O GOD, who hast prepared for them that love thee such good things as pass man’s understanding: Pour into our hearts such love toward thee, that we, loving thee above all things, may obtain thy promises, which exceed all that we can desire; through Jesus Christ our Lord. Amen.
The lessons for the week can be found in the BCP on pp. xxxvi-xxxvii.
Part 1: The First Lesson for Morning Prayer
The First Lesson for Morning Prayer this week begins a four week reading thru the book 1 Samuel.
This week will take us thru chapters 1-6. These include the miraculous birth of the last of the judges and prophet Samuel. His mother, Hannah, sings a song of praise to the Lord for giving her a child, that is strikingly similar to the song of Mary known as Magnificat. In it she praises God as the one who makes promises and keeps them; who causes wars to cease; who feeds the hungry and cares for the widow; who establishes justice and sends a king to rule with equity. With this in mind Hannah is much like Elizabeth, Mary’s cousin, who miraculously bore John the Baptist. Samuel was the forerunner, the messenger, for King David. John the Baptist was the forerunner for the greater David, Jesus the King. Maintaining this thematic parallel throughout will help as we read about the corruption of Eli’s priesthood and the loss of the Ark to the Philistines. Jesus has come to be not only King, but also the true prophet and true priest. He has come ‘to purify the sons of Levi and refine them like gold and silver, till they present right offerings to the LORD.’ (Mal. 3.3)
Part 2. The Second Lesson for Morning Prayer
The Second Lesson for Morning Prayer this week continues in our reading of Luke, this time chapters 13 and 14.
Jesus’ warnings continue from chapter 12. A time of judgment, of great suffering was about to fall upon Israel. They needed to settle all their outstanding accounts, both financial and moral, with their neighbors. Charity and forgiveness, not grudge-keeping, must be the guiding virtues. Jesus is speaking as God’s herald, his prophet or mouthpiece. If his audience will not hear and repent (turn and go the opposite way they had been going) then their city would be burned down. Fig trees without fruit are no better than firewood! Religious precision without charity for the sick and poor is worthless! When this judgment falls on Jerusalem, those who rejected Jesus will find themselves destroyed while those who responded to Jesus’ warnings, while those outside Israel who obeyed Jesus (the Gentiles?) will find that they have been included in God’s family. Jesus had come to establish God’s kingdom on earth at long last. Yet, the Jewish leaders rejected him, and refused to accept his invitation to the Messianic banquet. Whoever wanted to escape the coming fire would have to leave behind all that they held dear: family, reputation, possessions, influence. How do we take up our crosses to follow Jesus? How does suffering relate to being in Jesus’ kingdom? Where are the sacrifices in our own lives that we must make?
Part 3. The First Lesson for Evening Prayer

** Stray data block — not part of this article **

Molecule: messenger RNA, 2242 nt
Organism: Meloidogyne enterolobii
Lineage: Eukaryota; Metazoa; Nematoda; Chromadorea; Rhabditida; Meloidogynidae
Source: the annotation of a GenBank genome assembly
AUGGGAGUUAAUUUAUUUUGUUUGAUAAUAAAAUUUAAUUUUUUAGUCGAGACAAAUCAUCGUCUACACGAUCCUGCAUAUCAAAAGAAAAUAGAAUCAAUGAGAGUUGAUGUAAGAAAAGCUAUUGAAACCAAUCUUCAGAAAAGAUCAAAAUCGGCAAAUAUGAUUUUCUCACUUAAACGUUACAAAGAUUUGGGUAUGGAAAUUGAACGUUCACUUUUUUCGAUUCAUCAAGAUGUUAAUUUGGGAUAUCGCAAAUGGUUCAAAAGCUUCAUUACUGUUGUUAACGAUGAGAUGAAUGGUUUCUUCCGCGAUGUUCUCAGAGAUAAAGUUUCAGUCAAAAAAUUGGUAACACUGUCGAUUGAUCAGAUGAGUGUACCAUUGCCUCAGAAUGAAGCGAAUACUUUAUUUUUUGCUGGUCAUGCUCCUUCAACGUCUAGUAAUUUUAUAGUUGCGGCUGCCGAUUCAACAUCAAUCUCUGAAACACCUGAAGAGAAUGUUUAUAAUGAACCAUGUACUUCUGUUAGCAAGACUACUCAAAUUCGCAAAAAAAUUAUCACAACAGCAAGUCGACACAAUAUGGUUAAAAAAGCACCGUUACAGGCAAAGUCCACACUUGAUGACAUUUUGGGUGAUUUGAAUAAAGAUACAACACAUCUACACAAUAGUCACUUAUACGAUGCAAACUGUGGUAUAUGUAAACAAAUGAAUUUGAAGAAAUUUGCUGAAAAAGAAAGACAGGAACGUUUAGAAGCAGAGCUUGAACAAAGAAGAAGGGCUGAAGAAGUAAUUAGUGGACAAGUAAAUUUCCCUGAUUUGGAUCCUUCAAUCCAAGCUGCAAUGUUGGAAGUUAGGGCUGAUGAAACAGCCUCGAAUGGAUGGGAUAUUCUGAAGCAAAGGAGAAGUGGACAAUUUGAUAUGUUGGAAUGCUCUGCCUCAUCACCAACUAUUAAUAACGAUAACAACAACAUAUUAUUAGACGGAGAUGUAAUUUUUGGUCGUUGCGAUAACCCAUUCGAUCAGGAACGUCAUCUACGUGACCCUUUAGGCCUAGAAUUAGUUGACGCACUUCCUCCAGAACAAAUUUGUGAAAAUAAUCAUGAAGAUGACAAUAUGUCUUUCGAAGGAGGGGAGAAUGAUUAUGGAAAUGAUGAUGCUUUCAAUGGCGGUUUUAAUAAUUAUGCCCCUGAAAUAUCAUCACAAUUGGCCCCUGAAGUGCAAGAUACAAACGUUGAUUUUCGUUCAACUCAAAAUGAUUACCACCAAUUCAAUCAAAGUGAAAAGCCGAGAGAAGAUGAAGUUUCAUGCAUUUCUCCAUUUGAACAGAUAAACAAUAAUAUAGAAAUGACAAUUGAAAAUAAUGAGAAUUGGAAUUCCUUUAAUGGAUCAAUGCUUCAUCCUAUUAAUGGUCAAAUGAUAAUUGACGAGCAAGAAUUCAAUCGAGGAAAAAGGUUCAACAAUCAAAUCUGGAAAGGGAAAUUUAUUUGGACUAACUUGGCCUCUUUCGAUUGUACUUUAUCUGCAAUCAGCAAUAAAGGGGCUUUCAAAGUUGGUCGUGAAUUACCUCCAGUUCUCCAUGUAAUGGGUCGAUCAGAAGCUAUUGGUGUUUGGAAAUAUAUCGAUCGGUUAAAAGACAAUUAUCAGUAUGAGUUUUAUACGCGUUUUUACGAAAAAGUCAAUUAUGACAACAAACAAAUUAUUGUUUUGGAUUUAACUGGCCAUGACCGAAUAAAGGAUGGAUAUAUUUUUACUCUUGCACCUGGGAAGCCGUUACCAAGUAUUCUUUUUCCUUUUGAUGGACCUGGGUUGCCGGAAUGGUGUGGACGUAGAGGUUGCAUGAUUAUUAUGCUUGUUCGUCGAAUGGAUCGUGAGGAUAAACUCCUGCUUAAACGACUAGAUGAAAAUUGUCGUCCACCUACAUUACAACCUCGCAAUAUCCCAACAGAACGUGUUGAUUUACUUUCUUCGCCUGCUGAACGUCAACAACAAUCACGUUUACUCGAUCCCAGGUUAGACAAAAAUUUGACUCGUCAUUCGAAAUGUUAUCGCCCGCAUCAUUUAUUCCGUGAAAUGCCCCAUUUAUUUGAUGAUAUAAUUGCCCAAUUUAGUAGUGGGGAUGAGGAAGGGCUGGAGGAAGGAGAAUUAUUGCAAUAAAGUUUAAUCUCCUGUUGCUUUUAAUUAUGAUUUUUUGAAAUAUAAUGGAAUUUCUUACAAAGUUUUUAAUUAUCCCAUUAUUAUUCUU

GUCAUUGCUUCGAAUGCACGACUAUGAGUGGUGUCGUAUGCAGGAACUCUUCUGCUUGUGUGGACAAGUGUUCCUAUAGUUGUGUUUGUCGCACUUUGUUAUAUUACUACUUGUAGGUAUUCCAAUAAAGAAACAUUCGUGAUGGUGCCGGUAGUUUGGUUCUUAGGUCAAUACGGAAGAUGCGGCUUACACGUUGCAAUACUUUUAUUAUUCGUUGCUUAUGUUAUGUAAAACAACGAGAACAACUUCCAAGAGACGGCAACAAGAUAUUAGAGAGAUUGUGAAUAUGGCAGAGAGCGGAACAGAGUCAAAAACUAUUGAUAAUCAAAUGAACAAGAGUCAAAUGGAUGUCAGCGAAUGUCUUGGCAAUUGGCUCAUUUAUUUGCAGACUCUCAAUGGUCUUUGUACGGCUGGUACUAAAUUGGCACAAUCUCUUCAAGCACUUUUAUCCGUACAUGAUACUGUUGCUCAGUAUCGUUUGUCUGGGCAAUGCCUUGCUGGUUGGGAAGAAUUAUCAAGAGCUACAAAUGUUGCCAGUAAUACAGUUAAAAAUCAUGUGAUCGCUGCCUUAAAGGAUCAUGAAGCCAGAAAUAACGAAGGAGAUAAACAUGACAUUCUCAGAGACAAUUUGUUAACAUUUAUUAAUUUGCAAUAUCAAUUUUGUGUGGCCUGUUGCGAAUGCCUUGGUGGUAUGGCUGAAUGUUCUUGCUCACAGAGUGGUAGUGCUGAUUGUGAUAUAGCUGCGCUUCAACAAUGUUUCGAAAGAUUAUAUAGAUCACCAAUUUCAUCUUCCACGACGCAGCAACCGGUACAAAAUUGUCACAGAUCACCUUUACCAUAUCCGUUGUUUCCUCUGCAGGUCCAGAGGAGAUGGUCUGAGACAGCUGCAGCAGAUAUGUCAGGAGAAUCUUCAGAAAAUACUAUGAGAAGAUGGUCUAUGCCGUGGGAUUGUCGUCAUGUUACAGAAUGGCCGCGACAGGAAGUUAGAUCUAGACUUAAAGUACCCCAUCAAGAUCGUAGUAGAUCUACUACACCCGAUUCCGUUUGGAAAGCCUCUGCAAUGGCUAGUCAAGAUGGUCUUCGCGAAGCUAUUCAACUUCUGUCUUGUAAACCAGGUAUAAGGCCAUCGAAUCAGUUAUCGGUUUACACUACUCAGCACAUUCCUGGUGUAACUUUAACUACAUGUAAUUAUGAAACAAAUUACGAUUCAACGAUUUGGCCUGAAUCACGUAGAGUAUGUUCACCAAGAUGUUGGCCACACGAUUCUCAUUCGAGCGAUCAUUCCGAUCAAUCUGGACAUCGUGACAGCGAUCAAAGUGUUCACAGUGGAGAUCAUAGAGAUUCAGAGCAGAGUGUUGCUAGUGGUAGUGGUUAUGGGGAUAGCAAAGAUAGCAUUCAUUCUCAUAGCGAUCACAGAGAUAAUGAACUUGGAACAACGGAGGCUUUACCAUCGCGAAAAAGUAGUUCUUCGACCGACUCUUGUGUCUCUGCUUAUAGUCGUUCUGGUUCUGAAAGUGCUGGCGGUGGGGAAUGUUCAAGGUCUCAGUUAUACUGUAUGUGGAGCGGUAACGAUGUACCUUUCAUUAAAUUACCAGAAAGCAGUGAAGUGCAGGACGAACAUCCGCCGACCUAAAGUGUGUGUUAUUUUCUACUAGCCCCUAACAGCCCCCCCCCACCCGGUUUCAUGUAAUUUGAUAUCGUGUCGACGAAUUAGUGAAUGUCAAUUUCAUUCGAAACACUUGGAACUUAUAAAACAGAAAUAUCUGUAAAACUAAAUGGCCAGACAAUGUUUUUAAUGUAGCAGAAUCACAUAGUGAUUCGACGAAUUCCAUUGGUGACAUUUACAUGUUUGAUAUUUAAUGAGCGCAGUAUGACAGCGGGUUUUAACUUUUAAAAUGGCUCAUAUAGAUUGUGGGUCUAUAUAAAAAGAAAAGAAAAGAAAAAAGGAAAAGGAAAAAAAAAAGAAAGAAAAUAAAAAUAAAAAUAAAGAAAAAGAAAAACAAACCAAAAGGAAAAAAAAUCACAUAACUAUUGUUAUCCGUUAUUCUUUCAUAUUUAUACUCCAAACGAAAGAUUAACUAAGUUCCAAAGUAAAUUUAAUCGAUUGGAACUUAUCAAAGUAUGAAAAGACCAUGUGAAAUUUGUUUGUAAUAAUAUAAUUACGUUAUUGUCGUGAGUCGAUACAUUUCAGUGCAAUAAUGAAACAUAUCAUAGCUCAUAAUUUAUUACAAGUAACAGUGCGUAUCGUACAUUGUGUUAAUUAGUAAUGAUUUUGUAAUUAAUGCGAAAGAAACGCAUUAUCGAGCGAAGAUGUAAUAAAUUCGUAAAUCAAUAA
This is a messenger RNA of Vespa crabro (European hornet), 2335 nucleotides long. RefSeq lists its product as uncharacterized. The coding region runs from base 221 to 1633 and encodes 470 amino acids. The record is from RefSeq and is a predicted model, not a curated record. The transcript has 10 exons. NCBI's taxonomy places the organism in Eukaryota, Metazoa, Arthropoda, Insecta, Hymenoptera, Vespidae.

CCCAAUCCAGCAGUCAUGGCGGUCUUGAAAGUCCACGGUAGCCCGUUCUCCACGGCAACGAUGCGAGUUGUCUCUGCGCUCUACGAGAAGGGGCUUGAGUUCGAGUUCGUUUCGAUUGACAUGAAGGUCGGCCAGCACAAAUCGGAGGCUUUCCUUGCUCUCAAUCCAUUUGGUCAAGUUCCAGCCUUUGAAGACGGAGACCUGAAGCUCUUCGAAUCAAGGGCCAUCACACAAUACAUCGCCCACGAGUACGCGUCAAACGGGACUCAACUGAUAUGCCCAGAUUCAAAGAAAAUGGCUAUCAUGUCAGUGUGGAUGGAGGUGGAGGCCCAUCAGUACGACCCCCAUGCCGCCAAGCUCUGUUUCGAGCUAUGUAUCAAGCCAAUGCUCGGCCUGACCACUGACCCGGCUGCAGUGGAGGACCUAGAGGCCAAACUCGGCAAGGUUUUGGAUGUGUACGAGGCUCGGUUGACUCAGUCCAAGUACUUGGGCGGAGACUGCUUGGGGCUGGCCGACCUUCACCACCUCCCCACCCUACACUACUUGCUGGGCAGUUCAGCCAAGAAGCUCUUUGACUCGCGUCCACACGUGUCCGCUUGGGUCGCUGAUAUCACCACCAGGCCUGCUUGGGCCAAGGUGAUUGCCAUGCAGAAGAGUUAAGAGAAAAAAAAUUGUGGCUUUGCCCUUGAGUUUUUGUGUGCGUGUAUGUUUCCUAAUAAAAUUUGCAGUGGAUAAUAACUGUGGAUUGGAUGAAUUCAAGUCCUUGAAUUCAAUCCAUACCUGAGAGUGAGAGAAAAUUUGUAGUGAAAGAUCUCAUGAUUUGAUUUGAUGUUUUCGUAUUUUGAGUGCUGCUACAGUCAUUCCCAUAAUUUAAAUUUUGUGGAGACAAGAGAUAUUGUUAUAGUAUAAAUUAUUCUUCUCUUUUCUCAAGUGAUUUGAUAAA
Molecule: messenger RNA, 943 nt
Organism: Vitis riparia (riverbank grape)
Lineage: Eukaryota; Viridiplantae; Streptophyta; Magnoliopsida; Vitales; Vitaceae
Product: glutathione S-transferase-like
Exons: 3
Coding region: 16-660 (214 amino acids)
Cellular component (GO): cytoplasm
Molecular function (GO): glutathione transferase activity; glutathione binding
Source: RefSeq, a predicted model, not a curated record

The First Lesson for Evening Prayer comes from the Book of Ezra.
Ezra and the following book, Nehemiah, were likely written together by the same author who wrote the books 1 & 2 Chronicles. 2 Chronicles ends with the destruction of Jerusalem by the Babylonians, and Ezra begins with the return of some of the exiles to rebuild the city of Jerusalem and the temple. Cyrus and his Persians had defeated the Babylonians in 539BC and forged a great new empire that stretched from the Mediterranean to Afghanistan. In 537BC he authorized the release of Jews to return and build a temple to the God in Jerusalem. Isaiah had foretold this event in Is. 45, where Cyrus is described as the LORD’s ‘messiah’. Because Israel’s God is the one true god, all nations must come, bow down, and worship him. Sadly, Ezra and Nehemiah’s work to rebuild the sacred precinct is delayed by the local tribes who attempt to intimidate and even persuade the Persian king to withdraw his support for this awesome project. Think about how our own culture is willing to allow us to practice our religion privately, as long as it doesn’t spill over into the public common space. But the true God is not content with a ‘private religious experience’. He demands the obedience of all nations.
Part 4. The Second Lesson for Evening Prayer
The Second Lesson for Evening Prayer continues our reading of Paul’s letter to the Romans.
Paul is intentionally developing the Exodus theme in his appeal to the Romans. They had once been dead in their idolatry (Gentiles) or condemned by Moses’ Law (Jews), and God’s providential plan to rescue the whole world thru his promises to Abraham seem to be in jeopardy. But now he has sent his son Jesus, Israel’s messianic king, to take upon himself all the destruction of human wickedness. He was faithful to the Father’s call, and now the covenant promises have been poured out onto the world. So, all those who have been baptized into Jesus’ death and resurrection are like those Israelites who departed 400 years of slavery to Egypt into the glorious inheritance of the Promised Land in Canaan. They had been given new lives, they could no longer act as though they were living their old lives. Those Jews who reject Jesus as their messiah, and live according to Moses’ law find themselves accused and condemned by that same law. It cannot give them new life, the way Jesus and the Spirit can. Instead, the Torah can only divide Jew from Gentile, and point out that the Jew has broken the Law that he loves so much. But those who have devoted themselves to Jesus, thru faith and baptism, find that they have been released from anyone or anything that might condemn them. God’s own Spirit, guiding them (cloud by day and fire by night) into their inheritance, has made them God’s own children.